WHILE pygmies running this country traffic half-baked inane ideas of saviour-hood, one can feel sand slipping through the fingers. Some events slap you out of the otherwise benevolent complacency that helps you sleep better in troubled times. The assassination of Sabeen Mahmud was one such event. Heartbreaking for all who knew Sabeen personally, this is the latest reminder of how abusive the relationship is between the state and citizens.
The Pakistani state urgently needs to undergo a behavioral change and reimagine its relationship with its citizens as one of care and compassion. That it is loath to do. A false narrative has been sold to Punjab-dominated Pakistan that a strongman with a big hammer and the will to use it indiscriminately can transform this blighted land into heaven. The approach to statecraft that cultivated violent (political and religious) non-state entities as assets and state institutions as a means of coercion as opposed to service delivery is still in play.
Building on arguments by friend Mosharraf Zaidi in his excellent ‘Paradox of plausible accusability’ last week, the similarity in mindset and methods employed by the state and the violent non-state entities it is fighting (in Fata, Balochistan and Karachi) is terrifying: there are no red lines or rules; there is heavy reliance on violence and propaganda; there is zero tolerance for dissenters and critics (and now their supporters); and death of innocent citizens seems acceptable collateral damage.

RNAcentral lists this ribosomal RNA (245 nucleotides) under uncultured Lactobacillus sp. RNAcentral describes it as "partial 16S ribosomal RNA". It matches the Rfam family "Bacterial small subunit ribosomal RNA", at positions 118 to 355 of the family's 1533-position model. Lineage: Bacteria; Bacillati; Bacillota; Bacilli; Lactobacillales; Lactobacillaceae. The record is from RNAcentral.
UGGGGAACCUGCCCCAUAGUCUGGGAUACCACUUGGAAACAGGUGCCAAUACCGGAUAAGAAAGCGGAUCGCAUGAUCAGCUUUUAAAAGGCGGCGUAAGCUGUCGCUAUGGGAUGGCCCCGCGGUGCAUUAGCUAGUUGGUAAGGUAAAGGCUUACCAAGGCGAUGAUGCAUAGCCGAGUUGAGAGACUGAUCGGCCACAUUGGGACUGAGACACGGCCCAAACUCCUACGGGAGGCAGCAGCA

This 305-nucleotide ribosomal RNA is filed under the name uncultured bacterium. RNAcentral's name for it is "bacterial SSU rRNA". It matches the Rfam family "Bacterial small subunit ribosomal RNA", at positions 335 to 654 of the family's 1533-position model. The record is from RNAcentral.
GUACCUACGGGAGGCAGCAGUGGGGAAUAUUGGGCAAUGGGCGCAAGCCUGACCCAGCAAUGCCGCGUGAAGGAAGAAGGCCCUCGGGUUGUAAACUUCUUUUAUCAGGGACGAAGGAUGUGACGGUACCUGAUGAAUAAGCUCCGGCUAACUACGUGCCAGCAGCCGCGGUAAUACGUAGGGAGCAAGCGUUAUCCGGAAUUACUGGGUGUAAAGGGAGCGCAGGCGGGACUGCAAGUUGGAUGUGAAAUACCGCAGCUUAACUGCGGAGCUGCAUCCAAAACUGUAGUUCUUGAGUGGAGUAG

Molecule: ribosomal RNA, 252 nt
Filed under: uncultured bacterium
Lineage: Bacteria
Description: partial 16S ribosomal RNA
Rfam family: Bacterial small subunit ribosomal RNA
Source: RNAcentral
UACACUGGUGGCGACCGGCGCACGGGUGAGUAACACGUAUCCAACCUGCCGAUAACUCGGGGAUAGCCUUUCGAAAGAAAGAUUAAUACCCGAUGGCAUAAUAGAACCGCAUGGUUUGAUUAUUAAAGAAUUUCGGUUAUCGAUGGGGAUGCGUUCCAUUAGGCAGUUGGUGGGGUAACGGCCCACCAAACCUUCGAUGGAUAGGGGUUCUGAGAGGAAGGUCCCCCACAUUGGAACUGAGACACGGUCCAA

While a functional state must retain its monopoly over violence, the use of violence by the state must always be subject to rules. Just because non-state entities don’t abide by rules doesn’t entitle the state to follow suit. The need for legitimacy and proportionality in the use of violence by the state can never be overemphasised in relation to its own citizens. If the use of force by the state isn’t according to rules, the distinction between state and non-state violence disappears. Then it is simply a fight between two mafias.
Who should those speaking out against violence fear more? The state or non-state actors?